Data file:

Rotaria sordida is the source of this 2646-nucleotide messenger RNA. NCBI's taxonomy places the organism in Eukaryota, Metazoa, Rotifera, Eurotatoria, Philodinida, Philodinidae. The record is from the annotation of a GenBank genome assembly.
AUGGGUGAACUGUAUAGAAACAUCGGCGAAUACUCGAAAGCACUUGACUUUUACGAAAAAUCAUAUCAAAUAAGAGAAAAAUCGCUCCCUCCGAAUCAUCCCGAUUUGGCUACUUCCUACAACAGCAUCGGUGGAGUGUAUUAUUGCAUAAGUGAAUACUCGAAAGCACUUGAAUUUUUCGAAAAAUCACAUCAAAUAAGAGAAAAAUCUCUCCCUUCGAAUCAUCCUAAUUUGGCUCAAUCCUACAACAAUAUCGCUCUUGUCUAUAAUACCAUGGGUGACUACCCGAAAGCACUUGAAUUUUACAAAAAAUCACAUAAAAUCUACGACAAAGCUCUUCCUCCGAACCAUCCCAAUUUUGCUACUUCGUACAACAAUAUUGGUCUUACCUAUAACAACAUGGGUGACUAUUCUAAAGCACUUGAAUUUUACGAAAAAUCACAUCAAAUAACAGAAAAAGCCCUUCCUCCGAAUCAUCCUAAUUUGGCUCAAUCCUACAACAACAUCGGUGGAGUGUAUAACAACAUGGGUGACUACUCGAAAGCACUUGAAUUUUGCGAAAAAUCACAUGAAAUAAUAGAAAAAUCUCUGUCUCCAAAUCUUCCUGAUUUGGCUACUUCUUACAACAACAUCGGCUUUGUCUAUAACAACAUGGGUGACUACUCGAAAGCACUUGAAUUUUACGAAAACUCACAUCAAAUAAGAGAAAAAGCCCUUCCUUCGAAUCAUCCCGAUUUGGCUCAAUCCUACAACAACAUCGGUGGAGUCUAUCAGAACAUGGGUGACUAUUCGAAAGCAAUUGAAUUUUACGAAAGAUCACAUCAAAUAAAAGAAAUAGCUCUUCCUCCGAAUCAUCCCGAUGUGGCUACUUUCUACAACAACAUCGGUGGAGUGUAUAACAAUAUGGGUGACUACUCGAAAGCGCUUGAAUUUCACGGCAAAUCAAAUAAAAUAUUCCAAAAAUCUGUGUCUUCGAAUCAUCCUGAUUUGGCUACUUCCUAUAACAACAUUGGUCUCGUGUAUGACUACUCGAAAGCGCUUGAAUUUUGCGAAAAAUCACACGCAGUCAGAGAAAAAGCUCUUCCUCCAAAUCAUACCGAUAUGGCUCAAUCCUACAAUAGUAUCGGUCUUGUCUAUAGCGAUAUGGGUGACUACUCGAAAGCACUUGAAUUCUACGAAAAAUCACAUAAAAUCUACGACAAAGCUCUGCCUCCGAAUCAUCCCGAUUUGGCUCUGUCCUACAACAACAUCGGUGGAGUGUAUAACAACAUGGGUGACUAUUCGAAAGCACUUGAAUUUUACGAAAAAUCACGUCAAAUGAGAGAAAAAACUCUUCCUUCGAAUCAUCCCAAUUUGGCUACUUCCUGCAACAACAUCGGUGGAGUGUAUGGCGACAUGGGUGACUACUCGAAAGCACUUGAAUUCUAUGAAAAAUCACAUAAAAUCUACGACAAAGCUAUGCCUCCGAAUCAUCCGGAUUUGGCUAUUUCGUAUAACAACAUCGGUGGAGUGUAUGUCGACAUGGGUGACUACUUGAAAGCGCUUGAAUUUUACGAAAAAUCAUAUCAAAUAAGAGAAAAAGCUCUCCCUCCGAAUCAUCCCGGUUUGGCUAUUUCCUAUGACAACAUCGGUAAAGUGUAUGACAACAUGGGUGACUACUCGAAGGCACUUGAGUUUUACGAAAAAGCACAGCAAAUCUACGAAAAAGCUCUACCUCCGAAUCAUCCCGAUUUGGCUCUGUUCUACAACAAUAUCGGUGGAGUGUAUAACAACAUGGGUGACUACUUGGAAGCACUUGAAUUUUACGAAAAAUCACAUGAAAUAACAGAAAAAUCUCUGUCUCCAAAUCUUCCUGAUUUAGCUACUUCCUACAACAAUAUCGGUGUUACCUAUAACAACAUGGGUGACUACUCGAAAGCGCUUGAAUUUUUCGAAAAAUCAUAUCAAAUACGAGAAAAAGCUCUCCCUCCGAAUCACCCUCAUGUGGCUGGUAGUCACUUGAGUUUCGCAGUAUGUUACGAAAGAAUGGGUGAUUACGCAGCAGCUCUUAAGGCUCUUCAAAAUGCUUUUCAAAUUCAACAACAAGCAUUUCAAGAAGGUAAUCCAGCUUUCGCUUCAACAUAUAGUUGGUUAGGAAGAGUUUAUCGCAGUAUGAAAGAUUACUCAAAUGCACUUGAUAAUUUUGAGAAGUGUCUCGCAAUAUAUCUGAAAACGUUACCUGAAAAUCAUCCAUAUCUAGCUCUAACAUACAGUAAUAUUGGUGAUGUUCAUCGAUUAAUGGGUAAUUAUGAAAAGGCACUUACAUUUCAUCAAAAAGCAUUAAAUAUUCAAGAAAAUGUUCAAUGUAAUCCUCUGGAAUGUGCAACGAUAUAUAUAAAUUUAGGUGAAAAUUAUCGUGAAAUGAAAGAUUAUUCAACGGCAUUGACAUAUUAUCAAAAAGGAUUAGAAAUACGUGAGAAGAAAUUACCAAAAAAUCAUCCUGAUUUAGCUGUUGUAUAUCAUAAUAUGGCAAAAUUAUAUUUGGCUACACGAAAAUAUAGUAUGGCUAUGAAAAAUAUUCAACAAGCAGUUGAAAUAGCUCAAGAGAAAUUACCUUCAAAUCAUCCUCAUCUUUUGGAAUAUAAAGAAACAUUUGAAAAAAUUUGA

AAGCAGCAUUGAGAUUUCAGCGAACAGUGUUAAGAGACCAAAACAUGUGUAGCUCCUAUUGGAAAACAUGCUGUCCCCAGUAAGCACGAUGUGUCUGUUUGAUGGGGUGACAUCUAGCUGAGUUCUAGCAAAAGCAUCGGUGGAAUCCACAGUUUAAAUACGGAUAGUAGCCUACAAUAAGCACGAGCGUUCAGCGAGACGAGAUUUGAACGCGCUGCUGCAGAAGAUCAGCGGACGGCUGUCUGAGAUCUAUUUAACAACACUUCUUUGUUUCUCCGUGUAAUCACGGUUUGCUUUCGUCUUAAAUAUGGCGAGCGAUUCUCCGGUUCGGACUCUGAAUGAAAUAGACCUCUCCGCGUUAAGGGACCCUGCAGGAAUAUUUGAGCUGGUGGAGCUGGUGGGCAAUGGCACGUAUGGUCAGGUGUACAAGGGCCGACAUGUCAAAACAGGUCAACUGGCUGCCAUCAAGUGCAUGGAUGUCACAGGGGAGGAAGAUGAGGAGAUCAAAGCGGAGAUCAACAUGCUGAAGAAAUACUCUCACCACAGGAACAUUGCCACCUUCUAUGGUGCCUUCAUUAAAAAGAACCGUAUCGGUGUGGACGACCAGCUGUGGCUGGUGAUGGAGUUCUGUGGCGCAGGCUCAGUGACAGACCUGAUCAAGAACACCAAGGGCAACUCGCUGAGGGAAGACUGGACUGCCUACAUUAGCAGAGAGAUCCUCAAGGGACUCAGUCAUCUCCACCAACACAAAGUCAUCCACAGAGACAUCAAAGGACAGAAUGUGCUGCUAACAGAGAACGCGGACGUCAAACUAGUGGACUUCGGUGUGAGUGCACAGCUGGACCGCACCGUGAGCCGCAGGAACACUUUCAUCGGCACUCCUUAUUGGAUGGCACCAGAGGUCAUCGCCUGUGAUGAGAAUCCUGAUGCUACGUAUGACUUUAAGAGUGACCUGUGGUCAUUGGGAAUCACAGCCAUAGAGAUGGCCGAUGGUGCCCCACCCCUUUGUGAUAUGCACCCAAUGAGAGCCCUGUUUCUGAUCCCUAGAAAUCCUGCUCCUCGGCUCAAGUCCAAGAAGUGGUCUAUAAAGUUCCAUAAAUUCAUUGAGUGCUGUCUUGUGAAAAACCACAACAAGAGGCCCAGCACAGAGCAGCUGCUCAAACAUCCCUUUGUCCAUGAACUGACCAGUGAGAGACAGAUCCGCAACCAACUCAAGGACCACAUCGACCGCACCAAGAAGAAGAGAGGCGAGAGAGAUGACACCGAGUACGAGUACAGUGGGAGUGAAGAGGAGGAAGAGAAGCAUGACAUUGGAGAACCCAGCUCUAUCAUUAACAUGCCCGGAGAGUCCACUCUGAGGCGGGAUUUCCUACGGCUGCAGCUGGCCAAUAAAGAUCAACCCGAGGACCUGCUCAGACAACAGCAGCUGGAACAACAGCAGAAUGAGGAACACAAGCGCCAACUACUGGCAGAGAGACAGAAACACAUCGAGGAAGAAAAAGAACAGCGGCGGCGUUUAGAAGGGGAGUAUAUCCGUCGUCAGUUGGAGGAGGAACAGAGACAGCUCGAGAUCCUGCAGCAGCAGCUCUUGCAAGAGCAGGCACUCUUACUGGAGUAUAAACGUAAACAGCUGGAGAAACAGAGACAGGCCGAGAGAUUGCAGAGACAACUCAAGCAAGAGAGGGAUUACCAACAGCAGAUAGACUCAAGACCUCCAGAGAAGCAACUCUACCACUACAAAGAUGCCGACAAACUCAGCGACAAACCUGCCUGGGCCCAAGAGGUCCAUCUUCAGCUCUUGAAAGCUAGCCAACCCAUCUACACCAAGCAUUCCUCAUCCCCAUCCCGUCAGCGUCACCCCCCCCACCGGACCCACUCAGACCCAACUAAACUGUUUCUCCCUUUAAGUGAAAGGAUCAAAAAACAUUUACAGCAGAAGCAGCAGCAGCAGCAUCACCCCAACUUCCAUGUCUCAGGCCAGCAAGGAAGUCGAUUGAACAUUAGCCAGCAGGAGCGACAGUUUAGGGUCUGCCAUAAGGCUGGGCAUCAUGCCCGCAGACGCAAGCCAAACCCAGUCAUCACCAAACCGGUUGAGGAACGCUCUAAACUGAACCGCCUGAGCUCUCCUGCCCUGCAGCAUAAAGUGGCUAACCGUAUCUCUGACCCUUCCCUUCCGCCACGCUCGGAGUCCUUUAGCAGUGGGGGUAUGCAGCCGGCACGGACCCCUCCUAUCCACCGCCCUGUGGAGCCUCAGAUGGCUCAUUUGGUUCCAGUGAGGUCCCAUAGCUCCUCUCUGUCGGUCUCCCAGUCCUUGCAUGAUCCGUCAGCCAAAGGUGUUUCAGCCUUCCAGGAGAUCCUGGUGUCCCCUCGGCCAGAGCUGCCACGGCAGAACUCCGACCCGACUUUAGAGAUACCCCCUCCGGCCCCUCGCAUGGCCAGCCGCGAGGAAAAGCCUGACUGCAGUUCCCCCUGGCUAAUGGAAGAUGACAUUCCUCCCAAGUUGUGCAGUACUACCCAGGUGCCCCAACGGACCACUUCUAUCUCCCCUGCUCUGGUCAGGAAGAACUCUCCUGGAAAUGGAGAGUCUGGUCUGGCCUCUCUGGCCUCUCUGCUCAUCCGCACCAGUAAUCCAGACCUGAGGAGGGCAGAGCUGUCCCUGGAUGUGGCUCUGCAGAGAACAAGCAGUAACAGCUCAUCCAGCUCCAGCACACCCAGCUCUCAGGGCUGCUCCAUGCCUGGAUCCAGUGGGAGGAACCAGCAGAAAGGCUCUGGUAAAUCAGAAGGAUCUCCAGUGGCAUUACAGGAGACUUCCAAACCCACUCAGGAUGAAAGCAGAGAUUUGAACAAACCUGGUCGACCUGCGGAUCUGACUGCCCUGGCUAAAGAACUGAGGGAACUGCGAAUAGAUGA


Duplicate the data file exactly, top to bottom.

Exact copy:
Rotaria sordida is the source of this 2646-nucleotide messenger RNA. NCBI's taxonomy places the organism in Eukaryota, Metazoa, Rotifera, Eurotatoria, Philodinida, Philodinidae. The record is from the annotation of a GenBank genome assembly.
AUGGGUGAACUGUAUAGAAACAUCGGCGAAUACUCGAAAGCACUUGACUUUUACGAAAAAUCAUAUCAAAUAAGAGAAAAAUCGCUCCCUCCGAAUCAUCCCGAUUUGGCUACUUCCUACAACAGCAUCGGUGGAGUGUAUUAUUGCAUAAGUGAAUACUCGAAAGCACUUGAAUUUUUCGAAAAAUCACAUCAAAUAAGAGAAAAAUCUCUCCCUUCGAAUCAUCCUAAUUUGGCUCAAUCCUACAACAAUAUCGCUCUUGUCUAUAAUACCAUGGGUGACUACCCGAAAGCACUUGAAUUUUACAAAAAAUCACAUAAAAUCUACGACAAAGCUCUUCCUCCGAACCAUCCCAAUUUUGCUACUUCGUACAACAAUAUUGGUCUUACCUAUAACAACAUGGGUGACUAUUCUAAAGCACUUGAAUUUUACGAAAAAUCACAUCAAAUAACAGAAAAAGCCCUUCCUCCGAAUCAUCCUAAUUUGGCUCAAUCCUACAACAACAUCGGUGGAGUGUAUAACAACAUGGGUGACUACUCGAAAGCACUUGAAUUUUGCGAAAAAUCACAUGAAAUAAUAGAAAAAUCUCUGUCUCCAAAUCUUCCUGAUUUGGCUACUUCUUACAACAACAUCGGCUUUGUCUAUAACAACAUGGGUGACUACUCGAAAGCACUUGAAUUUUACGAAAACUCACAUCAAAUAAGAGAAAAAGCCCUUCCUUCGAAUCAUCCCGAUUUGGCUCAAUCCUACAACAACAUCGGUGGAGUCUAUCAGAACAUGGGUGACUAUUCGAAAGCAAUUGAAUUUUACGAAAGAUCACAUCAAAUAAAAGAAAUAGCUCUUCCUCCGAAUCAUCCCGAUGUGGCUACUUUCUACAACAACAUCGGUGGAGUGUAUAACAAUAUGGGUGACUACUCGAAAGCGCUUGAAUUUCACGGCAAAUCAAAUAAAAUAUUCCAAAAAUCUGUGUCUUCGAAUCAUCCUGAUUUGGCUACUUCCUAUAACAACAUUGGUCUCGUGUAUGACUACUCGAAAGCGCUUGAAUUUUGCGAAAAAUCACACGCAGUCAGAGAAAAAGCUCUUCCUCCAAAUCAUACCGAUAUGGCUCAAUCCUACAAUAGUAUCGGUCUUGUCUAUAGCGAUAUGGGUGACUACUCGAAAGCACUUGAAUUCUACGAAAAAUCACAUAAAAUCUACGACAAAGCUCUGCCUCCGAAUCAUCCCGAUUUGGCUCUGUCCUACAACAACAUCGGUGGAGUGUAUAACAACAUGGGUGACUAUUCGAAAGCACUUGAAUUUUACGAAAAAUCACGUCAAAUGAGAGAAAAAACUCUUCCUUCGAAUCAUCCCAAUUUGGCUACUUCCUGCAACAACAUCGGUGGAGUGUAUGGCGACAUGGGUGACUACUCGAAAGCACUUGAAUUCUAUGAAAAAUCACAUAAAAUCUACGACAAAGCUAUGCCUCCGAAUCAUCCGGAUUUGGCUAUUUCGUAUAACAACAUCGGUGGAGUGUAUGUCGACAUGGGUGACUACUUGAAAGCGCUUGAAUUUUACGAAAAAUCAUAUCAAAUAAGAGAAAAAGCUCUCCCUCCGAAUCAUCCCGGUUUGGCUAUUUCCUAUGACAACAUCGGUAAAGUGUAUGACAACAUGGGUGACUACUCGAAGGCACUUGAGUUUUACGAAAAAGCACAGCAAAUCUACGAAAAAGCUCUACCUCCGAAUCAUCCCGAUUUGGCUCUGUUCUACAACAAUAUCGGUGGAGUGUAUAACAACAUGGGUGACUACUUGGAAGCACUUGAAUUUUACGAAAAAUCACAUGAAAUAACAGAAAAAUCUCUGUCUCCAAAUCUUCCUGAUUUAGCUACUUCCUACAACAAUAUCGGUGUUACCUAUAACAACAUGGGUGACUACUCGAAAGCGCUUGAAUUUUUCGAAAAAUCAUAUCAAAUACGAGAAAAAGCUCUCCCUCCGAAUCACCCUCAUGUGGCUGGUAGUCACUUGAGUUUCGCAGUAUGUUACGAAAGAAUGGGUGAUUACGCAGCAGCUCUUAAGGCUCUUCAAAAUGCUUUUCAAAUUCAACAACAAGCAUUUCAAGAAGGUAAUCCAGCUUUCGCUUCAACAUAUAGUUGGUUAGGAAGAGUUUAUCGCAGUAUGAAAGAUUACUCAAAUGCACUUGAUAAUUUUGAGAAGUGUCUCGCAAUAUAUCUGAAAACGUUACCUGAAAAUCAUCCAUAUCUAGCUCUAACAUACAGUAAUAUUGGUGAUGUUCAUCGAUUAAUGGGUAAUUAUGAAAAGGCACUUACAUUUCAUCAAAAAGCAUUAAAUAUUCAAGAAAAUGUUCAAUGUAAUCCUCUGGAAUGUGCAACGAUAUAUAUAAAUUUAGGUGAAAAUUAUCGUGAAAUGAAAGAUUAUUCAACGGCAUUGACAUAUUAUCAAAAAGGAUUAGAAAUACGUGAGAAGAAAUUACCAAAAAAUCAUCCUGAUUUAGCUGUUGUAUAUCAUAAUAUGGCAAAAUUAUAUUUGGCUACACGAAAAUAUAGUAUGGCUAUGAAAAAUAUUCAACAAGCAGUUGAAAUAGCUCAAGAGAAAUUACCUUCAAAUCAUCCUCAUCUUUUGGAAUAUAAAGAAACAUUUGAAAAAAUUUGA

AAGCAGCAUUGAGAUUUCAGCGAACAGUGUUAAGAGACCAAAACAUGUGUAGCUCCUAUUGGAAAACAUGCUGUCCCCAGUAAGCACGAUGUGUCUGUUUGAUGGGGUGACAUCUAGCUGAGUUCUAGCAAAAGCAUCGGUGGAAUCCACAGUUUAAAUACGGAUAGUAGCCUACAAUAAGCACGAGCGUUCAGCGAGACGAGAUUUGAACGCGCUGCUGCAGAAGAUCAGCGGACGGCUGUCUGAGAUCUAUUUAACAACACUUCUUUGUUUCUCCGUGUAAUCACGGUUUGCUUUCGUCUUAAAUAUGGCGAGCGAUUCUCCGGUUCGGACUCUGAAUGAAAUAGACCUCUCCGCGUUAAGGGACCCUGCAGGAAUAUUUGAGCUGGUGGAGCUGGUGGGCAAUGGCACGUAUGGUCAGGUGUACAAGGGCCGACAUGUCAAAACAGGUCAACUGGCUGCCAUCAAGUGCAUGGAUGUCACAGGGGAGGAAGAUGAGGAGAUCAAAGCGGAGAUCAACAUGCUGAAGAAAUACUCUCACCACAGGAACAUUGCCACCUUCUAUGGUGCCUUCAUUAAAAAGAACCGUAUCGGUGUGGACGACCAGCUGUGGCUGGUGAUGGAGUUCUGUGGCGCAGGCUCAGUGACAGACCUGAUCAAGAACACCAAGGGCAACUCGCUGAGGGAAGACUGGACUGCCUACAUUAGCAGAGAGAUCCUCAAGGGACUCAGUCAUCUCCACCAACACAAAGUCAUCCACAGAGACAUCAAAGGACAGAAUGUGCUGCUAACAGAGAACGCGGACGUCAAACUAGUGGACUUCGGUGUGAGUGCACAGCUGGACCGCACCGUGAGCCGCAGGAACACUUUCAUCGGCACUCCUUAUUGGAUGGCACCAGAGGUCAUCGCCUGUGAUGAGAAUCCUGAUGCUACGUAUGACUUUAAGAGUGACCUGUGGUCAUUGGGAAUCACAGCCAUAGAGAUGGCCGAUGGUGCCCCACCCCUUUGUGAUAUGCACCCAAUGAGAGCCCUGUUUCUGAUCCCUAGAAAUCCUGCUCCUCGGCUCAAGUCCAAGAAGUGGUCUAUAAAGUUCCAUAAAUUCAUUGAGUGCUGUCUUGUGAAAAACCACAACAAGAGGCCCAGCACAGAGCAGCUGCUCAAACAUCCCUUUGUCCAUGAACUGACCAGUGAGAGACAGAUCCGCAACCAACUCAAGGACCACAUCGACCGCACCAAGAAGAAGAGAGGCGAGAGAGAUGACACCGAGUACGAGUACAGUGGGAGUGAAGAGGAGGAAGAGAAGCAUGACAUUGGAGAACCCAGCUCUAUCAUUAACAUGCCCGGAGAGUCCACUCUGAGGCGGGAUUUCCUACGGCUGCAGCUGGCCAAUAAAGAUCAACCCGAGGACCUGCUCAGACAACAGCAGCUGGAACAACAGCAGAAUGAGGAACACAAGCGCCAACUACUGGCAGAGAGACAGAAACACAUCGAGGAAGAAAAAGAACAGCGGCGGCGUUUAGAAGGGGAGUAUAUCCGUCGUCAGUUGGAGGAGGAACAGAGACAGCUCGAGAUCCUGCAGCAGCAGCUCUUGCAAGAGCAGGCACUCUUACUGGAGUAUAAACGUAAACAGCUGGAGAAACAGAGACAGGCCGAGAGAUUGCAGAGACAACUCAAGCAAGAGAGGGAUUACCAACAGCAGAUAGACUCAAGACCUCCAGAGAAGCAACUCUACCACUACAAAGAUGCCGACAAACUCAGCGACAAACCUGCCUGGGCCCAAGAGGUCCAUCUUCAGCUCUUGAAAGCUAGCCAACCCAUCUACACCAAGCAUUCCUCAUCCCCAUCCCGUCAGCGUCACCCCCCCCACCGGACCCACUCAGACCCAACUAAACUGUUUCUCCCUUUAAGUGAAAGGAUCAAAAAACAUUUACAGCAGAAGCAGCAGCAGCAGCAUCACCCCAACUUCCAUGUCUCAGGCCAGCAAGGAAGUCGAUUGAACAUUAGCCAGCAGGAGCGACAGUUUAGGGUCUGCCAUAAGGCUGGGCAUCAUGCCCGCAGACGCAAGCCAAACCCAGUCAUCACCAAACCGGUUGAGGAACGCUCUAAACUGAACCGCCUGAGCUCUCCUGCCCUGCAGCAUAAAGUGGCUAACCGUAUCUCUGACCCUUCCCUUCCGCCACGCUCGGAGUCCUUUAGCAGUGGGGGUAUGCAGCCGGCACGGACCCCUCCUAUCCACCGCCCUGUGGAGCCUCAGAUGGCUCAUUUGGUUCCAGUGAGGUCCCAUAGCUCCUCUCUGUCGGUCUCCCAGUCCUUGCAUGAUCCGUCAGCCAAAGGUGUUUCAGCCUUCCAGGAGAUCCUGGUGUCCCCUCGGCCAGAGCUGCCACGGCAGAACUCCGACCCGACUUUAGAGAUACCCCCUCCGGCCCCUCGCAUGGCCAGCCGCGAGGAAAAGCCUGACUGCAGUUCCCCCUGGCUAAUGGAAGAUGACAUUCCUCCCAAGUUGUGCAGUACUACCCAGGUGCCCCAACGGACCACUUCUAUCUCCCCUGCUCUGGUCAGGAAGAACUCUCCUGGAAAUGGAGAGUCUGGUCUGGCCUCUCUGGCCUCUCUGCUCAUCCGCACCAGUAAUCCAGACCUGAGGAGGGCAGAGCUGUCCCUGGAUGUGGCUCUGCAGAGAACAAGCAGUAACAGCUCAUCCAGCUCCAGCACACCCAGCUCUCAGGGCUGCUCCAUGCCUGGAUCCAGUGGGAGGAACCAGCAGAAAGGCUCUGGUAAAUCAGAAGGAUCUCCAGUGGCAUUACAGGAGACUUCCAAACCCACUCAGGAUGAAAGCAGAGAUUUGAACAAACCUGGUCGACCUGCGGAUCUGACUGCCCUGGCUAAAGAACUGAGGGAACUGCGAAUAGAUGA